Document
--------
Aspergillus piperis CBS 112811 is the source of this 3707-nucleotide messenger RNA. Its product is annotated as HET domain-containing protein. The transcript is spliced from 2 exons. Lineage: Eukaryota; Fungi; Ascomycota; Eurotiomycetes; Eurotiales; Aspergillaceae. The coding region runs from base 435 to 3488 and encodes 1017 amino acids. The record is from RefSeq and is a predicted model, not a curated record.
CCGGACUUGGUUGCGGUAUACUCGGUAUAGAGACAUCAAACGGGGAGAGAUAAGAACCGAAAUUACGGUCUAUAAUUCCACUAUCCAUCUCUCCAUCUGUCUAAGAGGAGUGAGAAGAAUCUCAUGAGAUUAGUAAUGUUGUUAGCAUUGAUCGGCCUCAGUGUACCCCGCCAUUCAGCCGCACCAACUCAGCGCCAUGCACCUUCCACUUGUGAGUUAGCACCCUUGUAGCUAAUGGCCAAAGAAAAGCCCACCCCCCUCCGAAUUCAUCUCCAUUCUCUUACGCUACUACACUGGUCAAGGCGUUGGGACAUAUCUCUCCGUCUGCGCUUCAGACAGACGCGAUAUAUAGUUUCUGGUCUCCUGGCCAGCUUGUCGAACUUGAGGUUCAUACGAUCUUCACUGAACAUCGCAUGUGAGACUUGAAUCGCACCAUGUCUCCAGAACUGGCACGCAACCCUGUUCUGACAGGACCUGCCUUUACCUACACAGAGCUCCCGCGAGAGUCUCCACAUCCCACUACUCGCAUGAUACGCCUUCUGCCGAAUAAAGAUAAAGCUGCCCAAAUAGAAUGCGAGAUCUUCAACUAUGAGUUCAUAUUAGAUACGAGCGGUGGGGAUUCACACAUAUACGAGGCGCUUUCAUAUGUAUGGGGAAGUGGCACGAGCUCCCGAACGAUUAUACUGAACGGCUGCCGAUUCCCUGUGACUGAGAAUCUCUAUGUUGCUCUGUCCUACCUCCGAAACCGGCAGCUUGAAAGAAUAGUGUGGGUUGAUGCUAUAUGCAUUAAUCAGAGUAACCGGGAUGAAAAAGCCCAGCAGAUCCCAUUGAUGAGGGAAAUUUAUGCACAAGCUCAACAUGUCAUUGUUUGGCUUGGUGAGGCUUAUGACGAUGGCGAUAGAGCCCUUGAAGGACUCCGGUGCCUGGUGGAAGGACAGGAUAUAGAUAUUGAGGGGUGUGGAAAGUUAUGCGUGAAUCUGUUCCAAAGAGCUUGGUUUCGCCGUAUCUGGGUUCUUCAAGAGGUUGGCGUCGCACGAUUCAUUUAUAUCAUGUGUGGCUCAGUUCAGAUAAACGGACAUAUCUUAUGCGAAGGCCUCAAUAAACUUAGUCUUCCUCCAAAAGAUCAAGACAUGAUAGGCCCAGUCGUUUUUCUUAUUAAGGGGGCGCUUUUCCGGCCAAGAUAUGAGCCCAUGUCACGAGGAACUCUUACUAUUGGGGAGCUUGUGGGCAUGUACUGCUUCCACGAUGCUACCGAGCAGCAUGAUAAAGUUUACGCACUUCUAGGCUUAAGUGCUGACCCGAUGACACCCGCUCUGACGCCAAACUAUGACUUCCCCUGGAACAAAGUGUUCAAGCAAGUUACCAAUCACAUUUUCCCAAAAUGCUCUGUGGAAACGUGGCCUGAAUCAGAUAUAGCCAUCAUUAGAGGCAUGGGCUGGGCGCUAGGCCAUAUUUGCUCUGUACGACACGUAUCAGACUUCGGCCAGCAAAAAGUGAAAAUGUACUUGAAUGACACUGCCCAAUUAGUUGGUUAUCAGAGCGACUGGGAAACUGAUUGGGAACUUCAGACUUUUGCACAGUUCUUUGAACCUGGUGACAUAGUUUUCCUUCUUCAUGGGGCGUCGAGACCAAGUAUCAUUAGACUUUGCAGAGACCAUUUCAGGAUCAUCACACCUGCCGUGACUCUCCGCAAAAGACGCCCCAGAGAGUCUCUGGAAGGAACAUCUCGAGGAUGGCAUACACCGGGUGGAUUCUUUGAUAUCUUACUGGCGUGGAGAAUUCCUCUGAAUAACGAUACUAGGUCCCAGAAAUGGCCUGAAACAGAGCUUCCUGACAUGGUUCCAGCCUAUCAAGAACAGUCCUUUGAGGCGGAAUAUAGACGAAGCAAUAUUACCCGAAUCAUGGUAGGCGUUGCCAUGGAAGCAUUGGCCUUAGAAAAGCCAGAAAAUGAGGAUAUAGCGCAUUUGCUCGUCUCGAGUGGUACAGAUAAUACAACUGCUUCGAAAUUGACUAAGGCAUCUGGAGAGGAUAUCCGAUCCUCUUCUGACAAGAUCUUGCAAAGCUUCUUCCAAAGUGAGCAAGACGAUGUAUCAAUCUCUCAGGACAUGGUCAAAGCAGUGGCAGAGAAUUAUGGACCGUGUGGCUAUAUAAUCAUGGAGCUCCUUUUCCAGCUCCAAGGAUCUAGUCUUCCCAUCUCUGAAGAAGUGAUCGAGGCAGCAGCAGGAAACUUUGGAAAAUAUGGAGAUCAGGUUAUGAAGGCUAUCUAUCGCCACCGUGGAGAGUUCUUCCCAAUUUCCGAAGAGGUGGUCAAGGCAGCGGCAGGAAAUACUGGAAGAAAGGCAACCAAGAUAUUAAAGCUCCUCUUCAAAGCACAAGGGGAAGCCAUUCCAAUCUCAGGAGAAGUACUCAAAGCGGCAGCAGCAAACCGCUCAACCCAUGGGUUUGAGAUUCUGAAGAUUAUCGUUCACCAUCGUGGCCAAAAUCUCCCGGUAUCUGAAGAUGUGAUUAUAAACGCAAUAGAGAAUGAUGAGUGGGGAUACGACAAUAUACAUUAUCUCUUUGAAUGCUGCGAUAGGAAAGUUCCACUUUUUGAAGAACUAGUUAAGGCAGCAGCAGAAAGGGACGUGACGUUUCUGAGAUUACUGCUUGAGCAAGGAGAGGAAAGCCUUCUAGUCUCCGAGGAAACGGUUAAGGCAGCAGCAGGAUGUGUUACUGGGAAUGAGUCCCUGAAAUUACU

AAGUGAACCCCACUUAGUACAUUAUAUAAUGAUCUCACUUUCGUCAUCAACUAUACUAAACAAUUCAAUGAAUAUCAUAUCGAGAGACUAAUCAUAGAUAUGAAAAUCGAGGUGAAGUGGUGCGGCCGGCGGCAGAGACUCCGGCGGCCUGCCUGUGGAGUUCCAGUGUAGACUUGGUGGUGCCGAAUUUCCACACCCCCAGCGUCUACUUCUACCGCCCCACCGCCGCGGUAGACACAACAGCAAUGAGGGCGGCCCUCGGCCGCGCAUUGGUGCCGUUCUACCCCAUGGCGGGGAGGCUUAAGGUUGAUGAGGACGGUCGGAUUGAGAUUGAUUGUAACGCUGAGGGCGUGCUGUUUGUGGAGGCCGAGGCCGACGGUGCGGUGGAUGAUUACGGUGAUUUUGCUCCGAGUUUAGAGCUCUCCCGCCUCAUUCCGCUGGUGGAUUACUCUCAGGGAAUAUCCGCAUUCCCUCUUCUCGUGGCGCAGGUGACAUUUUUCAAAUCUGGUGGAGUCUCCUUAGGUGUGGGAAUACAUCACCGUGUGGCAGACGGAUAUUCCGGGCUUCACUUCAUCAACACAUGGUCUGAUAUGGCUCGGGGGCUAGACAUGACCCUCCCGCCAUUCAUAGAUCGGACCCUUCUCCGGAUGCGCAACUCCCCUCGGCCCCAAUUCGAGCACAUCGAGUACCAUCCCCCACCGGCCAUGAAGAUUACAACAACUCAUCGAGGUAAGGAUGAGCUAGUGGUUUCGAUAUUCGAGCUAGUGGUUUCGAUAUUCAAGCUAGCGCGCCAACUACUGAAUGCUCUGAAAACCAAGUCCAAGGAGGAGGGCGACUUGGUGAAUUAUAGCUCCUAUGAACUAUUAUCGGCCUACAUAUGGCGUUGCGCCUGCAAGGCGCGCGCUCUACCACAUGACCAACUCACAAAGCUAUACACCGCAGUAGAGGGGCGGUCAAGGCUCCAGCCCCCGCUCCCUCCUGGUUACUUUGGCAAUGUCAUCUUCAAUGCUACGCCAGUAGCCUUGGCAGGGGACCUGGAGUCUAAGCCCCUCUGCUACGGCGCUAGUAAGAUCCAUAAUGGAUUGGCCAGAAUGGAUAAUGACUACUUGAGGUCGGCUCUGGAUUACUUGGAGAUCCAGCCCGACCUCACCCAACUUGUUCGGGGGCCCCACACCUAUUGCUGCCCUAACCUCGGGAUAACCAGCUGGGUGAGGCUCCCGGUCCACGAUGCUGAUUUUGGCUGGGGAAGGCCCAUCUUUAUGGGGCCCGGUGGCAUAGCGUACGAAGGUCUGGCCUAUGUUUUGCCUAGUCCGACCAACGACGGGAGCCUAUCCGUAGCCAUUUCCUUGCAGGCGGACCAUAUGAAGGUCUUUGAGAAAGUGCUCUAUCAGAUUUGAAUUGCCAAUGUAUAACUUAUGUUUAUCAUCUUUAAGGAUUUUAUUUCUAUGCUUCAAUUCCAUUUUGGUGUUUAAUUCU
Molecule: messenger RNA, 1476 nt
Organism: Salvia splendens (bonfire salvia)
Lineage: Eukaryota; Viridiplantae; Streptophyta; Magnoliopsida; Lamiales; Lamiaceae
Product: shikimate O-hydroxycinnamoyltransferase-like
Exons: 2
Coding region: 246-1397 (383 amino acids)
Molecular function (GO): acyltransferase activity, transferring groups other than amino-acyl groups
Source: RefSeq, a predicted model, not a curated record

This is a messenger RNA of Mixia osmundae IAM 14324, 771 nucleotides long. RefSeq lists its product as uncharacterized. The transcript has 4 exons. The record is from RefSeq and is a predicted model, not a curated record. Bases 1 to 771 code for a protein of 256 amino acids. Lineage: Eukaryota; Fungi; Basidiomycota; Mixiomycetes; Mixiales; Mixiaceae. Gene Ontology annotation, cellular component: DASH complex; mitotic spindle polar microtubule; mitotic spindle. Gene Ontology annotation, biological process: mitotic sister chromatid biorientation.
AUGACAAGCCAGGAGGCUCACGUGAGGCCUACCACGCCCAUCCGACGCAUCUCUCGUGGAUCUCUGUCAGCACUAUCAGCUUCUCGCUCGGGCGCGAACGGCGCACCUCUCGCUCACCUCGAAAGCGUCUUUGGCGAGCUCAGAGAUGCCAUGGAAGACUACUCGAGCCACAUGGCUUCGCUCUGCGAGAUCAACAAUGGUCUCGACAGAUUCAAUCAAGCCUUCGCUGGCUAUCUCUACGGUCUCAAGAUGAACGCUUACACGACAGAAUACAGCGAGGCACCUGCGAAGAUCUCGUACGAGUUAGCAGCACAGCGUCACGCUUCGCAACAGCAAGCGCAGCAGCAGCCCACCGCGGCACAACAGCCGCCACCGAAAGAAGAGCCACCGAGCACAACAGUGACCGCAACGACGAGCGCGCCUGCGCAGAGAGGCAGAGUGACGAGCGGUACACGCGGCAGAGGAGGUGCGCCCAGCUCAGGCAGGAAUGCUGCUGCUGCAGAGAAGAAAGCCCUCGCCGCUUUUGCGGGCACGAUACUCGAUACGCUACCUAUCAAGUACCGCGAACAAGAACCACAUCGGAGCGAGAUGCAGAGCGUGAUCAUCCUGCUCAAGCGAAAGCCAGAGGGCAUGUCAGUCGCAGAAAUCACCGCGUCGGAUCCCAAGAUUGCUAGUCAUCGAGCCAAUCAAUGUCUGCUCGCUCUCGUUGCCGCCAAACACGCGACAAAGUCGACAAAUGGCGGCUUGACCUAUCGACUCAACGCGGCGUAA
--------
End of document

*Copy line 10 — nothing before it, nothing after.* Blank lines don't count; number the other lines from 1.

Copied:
Molecular function (GO): acyltransferase activity, transferring groups other than amino-acyl groups